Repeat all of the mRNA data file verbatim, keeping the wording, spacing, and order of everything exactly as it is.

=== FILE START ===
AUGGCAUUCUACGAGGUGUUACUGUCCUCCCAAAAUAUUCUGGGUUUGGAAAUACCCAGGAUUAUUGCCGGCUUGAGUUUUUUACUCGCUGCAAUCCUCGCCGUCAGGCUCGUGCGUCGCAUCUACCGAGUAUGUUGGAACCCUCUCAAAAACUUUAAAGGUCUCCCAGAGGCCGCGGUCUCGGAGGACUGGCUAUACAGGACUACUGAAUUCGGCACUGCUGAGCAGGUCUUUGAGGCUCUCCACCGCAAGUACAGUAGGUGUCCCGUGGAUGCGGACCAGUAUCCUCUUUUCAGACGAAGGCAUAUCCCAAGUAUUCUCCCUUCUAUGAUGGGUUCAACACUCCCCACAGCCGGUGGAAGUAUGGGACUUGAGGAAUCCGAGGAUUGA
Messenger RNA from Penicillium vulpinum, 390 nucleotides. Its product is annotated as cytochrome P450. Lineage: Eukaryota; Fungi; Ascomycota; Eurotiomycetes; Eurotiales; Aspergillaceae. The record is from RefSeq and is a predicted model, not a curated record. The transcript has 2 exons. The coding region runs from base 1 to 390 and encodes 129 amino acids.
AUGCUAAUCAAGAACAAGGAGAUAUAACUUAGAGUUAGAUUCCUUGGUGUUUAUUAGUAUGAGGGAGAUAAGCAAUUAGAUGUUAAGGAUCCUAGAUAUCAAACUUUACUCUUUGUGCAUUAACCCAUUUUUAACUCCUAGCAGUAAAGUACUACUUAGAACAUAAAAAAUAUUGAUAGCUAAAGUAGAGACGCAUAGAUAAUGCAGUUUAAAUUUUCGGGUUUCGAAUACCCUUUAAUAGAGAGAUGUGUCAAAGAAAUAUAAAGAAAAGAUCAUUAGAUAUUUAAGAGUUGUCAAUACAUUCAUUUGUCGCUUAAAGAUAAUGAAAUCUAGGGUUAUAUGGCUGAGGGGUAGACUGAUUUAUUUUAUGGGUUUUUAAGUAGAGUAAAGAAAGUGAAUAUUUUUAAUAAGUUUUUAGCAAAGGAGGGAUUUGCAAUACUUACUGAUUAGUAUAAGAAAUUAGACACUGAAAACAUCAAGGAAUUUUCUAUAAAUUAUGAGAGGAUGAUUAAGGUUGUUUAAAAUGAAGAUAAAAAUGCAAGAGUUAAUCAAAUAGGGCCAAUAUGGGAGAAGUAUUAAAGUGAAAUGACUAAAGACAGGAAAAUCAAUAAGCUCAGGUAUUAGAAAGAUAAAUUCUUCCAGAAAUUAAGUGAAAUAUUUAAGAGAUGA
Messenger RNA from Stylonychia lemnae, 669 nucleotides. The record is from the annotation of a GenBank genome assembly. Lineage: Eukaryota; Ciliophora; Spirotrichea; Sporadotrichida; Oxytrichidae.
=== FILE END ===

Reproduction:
AUGGCAUUCUACGAGGUGUUACUGUCCUCCCAAAAUAUUCUGGGUUUGGAAAUACCCAGGAUUAUUGCCGGCUUGAGUUUUUUACUCGCUGCAAUCCUCGCCGUCAGGCUCGUGCGUCGCAUCUACCGAGUAUGUUGGAACCCUCUCAAAAACUUUAAAGGUCUCCCAGAGGCCGCGGUCUCGGAGGACUGGCUAUACAGGACUACUGAAUUCGGCACUGCUGAGCAGGUCUUUGAGGCUCUCCACCGCAAGUACAGUAGGUGUCCCGUGGAUGCGGACCAGUAUCCUCUUUUCAGACGAAGGCAUAUCCCAAGUAUUCUCCCUUCUAUGAUGGGUUCAACACUCCCCACAGCCGGUGGAAGUAUGGGACUUGAGGAAUCCGAGGAUUGA
Messenger RNA from Penicillium vulpinum, 390 nucleotides. Its product is annotated as cytochrome P450. Lineage: Eukaryota; Fungi; Ascomycota; Eurotiomycetes; Eurotiales; Aspergillaceae. The record is from RefSeq and is a predicted model, not a curated record. The transcript has 2 exons. The coding region runs from base 1 to 390 and encodes 129 amino acids.
AUGCUAAUCAAGAACAAGGAGAUAUAACUUAGAGUUAGAUUCCUUGGUGUUUAUUAGUAUGAGGGAGAUAAGCAAUUAGAUGUUAAGGAUCCUAGAUAUCAAACUUUACUCUUUGUGCAUUAACCCAUUUUUAACUCCUAGCAGUAAAGUACUACUUAGAACAUAAAAAAUAUUGAUAGCUAAAGUAGAGACGCAUAGAUAAUGCAGUUUAAAUUUUCGGGUUUCGAAUACCCUUUAAUAGAGAGAUGUGUCAAAGAAAUAUAAAGAAAAGAUCAUUAGAUAUUUAAGAGUUGUCAAUACAUUCAUUUGUCGCUUAAAGAUAAUGAAAUCUAGGGUUAUAUGGCUGAGGGGUAGACUGAUUUAUUUUAUGGGUUUUUAAGUAGAGUAAAGAAAGUGAAUAUUUUUAAUAAGUUUUUAGCAAAGGAGGGAUUUGCAAUACUUACUGAUUAGUAUAAGAAAUUAGACACUGAAAACAUCAAGGAAUUUUCUAUAAAUUAUGAGAGGAUGAUUAAGGUUGUUUAAAAUGAAGAUAAAAAUGCAAGAGUUAAUCAAAUAGGGCCAAUAUGGGAGAAGUAUUAAAGUGAAAUGACUAAAGACAGGAAAAUCAAUAAGCUCAGGUAUUAGAAAGAUAAAUUCUUCCAGAAAUUAAGUGAAAUAUUUAAGAGAUGA
Messenger RNA from Stylonychia lemnae, 669 nucleotides. The record is from the annotation of a GenBank genome assembly. Lineage: Eukaryota; Ciliophora; Spirotrichea; Sporadotrichida; Oxytrichidae.